The General Assembly recently took strides to change how Virginia draws its political maps, despite opposition from most black delegates.
It passed a proposed constitutional amendment that would create a commission of citizens and lawmakers to draw congressional and state legislative districts. The process has long been in the sole hands of the legislature, leading to charges of gerrymandering.
Although the resolution unanimously passed the Senate and cleared the House on an 83-15 vote, 11 of 14 black delegates voted against it. Several said the proposed amendment - which must approved by the legislature again next before it’s put to voters - offers no guarantee of black representation on the redistricting commission. They also complained that black legislators weren’t included in negotiations between the House and Senate that ironed out the final version of the redistricting resolution.
That brought Del. Chris Jones, R-Suffolk, to his feet. Jones, who is white, has been a delegate for 21 years. He urged passage of the resolution and said Republicans, during two decades of controlling the House, have a strong record empowering black delegates.
"Republicans have had more African-Americans on key committees than when the Democrats were in control," he said.
We wondered if Jones is right.
Jones told us the "key committees" he was referring to are the budget-writing House Appropriations Committee, and the Commerce and Labor Committee, which controls business regulations. The House has an informal rule that no member can serve on both. Jones is chairman of the Appropriations Committee.
We also spoke Del. Lamont Bagley, D-Richmond, chairman of the Virginia Legislative Black Caucus. He agreed with Jones’ definition of "key committees."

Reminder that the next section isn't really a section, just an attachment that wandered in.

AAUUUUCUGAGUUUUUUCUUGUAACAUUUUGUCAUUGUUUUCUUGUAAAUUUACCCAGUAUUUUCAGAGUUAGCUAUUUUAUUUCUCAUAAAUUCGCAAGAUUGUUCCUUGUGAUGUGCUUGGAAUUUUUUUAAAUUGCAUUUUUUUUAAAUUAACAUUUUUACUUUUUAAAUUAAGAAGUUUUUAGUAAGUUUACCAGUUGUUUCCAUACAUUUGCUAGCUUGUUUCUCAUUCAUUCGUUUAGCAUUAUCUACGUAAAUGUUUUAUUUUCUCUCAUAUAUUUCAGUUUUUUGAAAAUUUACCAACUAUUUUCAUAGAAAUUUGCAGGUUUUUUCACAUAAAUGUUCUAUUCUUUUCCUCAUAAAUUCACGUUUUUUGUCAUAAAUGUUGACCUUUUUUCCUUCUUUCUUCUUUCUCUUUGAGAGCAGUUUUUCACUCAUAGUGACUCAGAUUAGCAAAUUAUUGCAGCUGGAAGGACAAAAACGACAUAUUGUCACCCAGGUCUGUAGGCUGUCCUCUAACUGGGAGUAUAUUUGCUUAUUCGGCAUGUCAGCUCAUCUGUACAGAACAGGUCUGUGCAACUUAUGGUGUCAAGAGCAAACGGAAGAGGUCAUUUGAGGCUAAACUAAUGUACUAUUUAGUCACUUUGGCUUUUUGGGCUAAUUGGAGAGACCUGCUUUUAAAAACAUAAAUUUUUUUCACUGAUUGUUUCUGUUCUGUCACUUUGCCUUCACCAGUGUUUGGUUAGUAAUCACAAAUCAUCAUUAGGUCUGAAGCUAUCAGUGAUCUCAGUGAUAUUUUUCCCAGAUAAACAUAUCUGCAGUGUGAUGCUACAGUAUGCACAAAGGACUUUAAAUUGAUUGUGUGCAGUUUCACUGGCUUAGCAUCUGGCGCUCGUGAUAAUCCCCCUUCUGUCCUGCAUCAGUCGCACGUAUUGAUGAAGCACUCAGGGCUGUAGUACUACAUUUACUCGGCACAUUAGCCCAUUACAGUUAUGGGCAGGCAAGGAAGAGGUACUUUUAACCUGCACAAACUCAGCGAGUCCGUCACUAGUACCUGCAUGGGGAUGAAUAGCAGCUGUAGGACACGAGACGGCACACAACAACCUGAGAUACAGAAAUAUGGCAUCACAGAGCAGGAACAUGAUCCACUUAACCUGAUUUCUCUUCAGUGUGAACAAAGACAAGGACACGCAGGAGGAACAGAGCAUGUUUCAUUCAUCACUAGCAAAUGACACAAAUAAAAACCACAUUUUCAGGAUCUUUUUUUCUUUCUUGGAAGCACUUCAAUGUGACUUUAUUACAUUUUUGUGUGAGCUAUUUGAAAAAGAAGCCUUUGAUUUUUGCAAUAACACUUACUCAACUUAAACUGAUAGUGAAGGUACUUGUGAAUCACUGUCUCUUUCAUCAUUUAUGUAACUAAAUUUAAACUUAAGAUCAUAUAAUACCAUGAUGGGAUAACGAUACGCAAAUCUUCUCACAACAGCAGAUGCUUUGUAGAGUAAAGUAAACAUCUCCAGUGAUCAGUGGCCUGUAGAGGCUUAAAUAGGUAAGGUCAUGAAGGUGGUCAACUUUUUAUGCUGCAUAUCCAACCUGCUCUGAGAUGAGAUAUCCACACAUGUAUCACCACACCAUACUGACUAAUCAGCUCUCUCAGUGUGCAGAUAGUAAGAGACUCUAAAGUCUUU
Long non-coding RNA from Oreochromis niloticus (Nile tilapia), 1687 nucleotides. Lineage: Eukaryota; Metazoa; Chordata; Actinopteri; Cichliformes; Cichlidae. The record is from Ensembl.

The last time Democrats controlled the 100-seat House was 1997, when there were 52 Democrats, 47 Republicans and one independent. This year, Republicans have 51 seats; Democrats, 49.
The party in power chooses the speaker, who controls all committee assignments. Delegates lobby to serve on prestigious panels and committee chairmen often urge the speaker to assign certain lawmakers to their groups. The final decision, however, rests with the speaker.
In 1997, the speaker was Tom Moss, a Democrat from Norfolk. This year, it’s Kirk Cox, a Republican from Colonial Heights.
It’s important to note that the number of black delegates has increased. In 1997, there were 10; now there’s 14. If strict proportionality was a House rule (which it’s not), then blacks would have occupied 10 percent of each committee’s seats in 1997, and 14 percent this year.
In 1997, three black lawmakers served on the 22-member Appropriations Committee, which was roughly proportional to their House membership. This year, six black members are on the panel - double their proportion in the House.
In 1997, two black legislators served on the Corporations, Insurance and Banking Committee - which became the Commerce and Labor Committee. This year, four are on the panel. That’s one more than they would have under proportionality.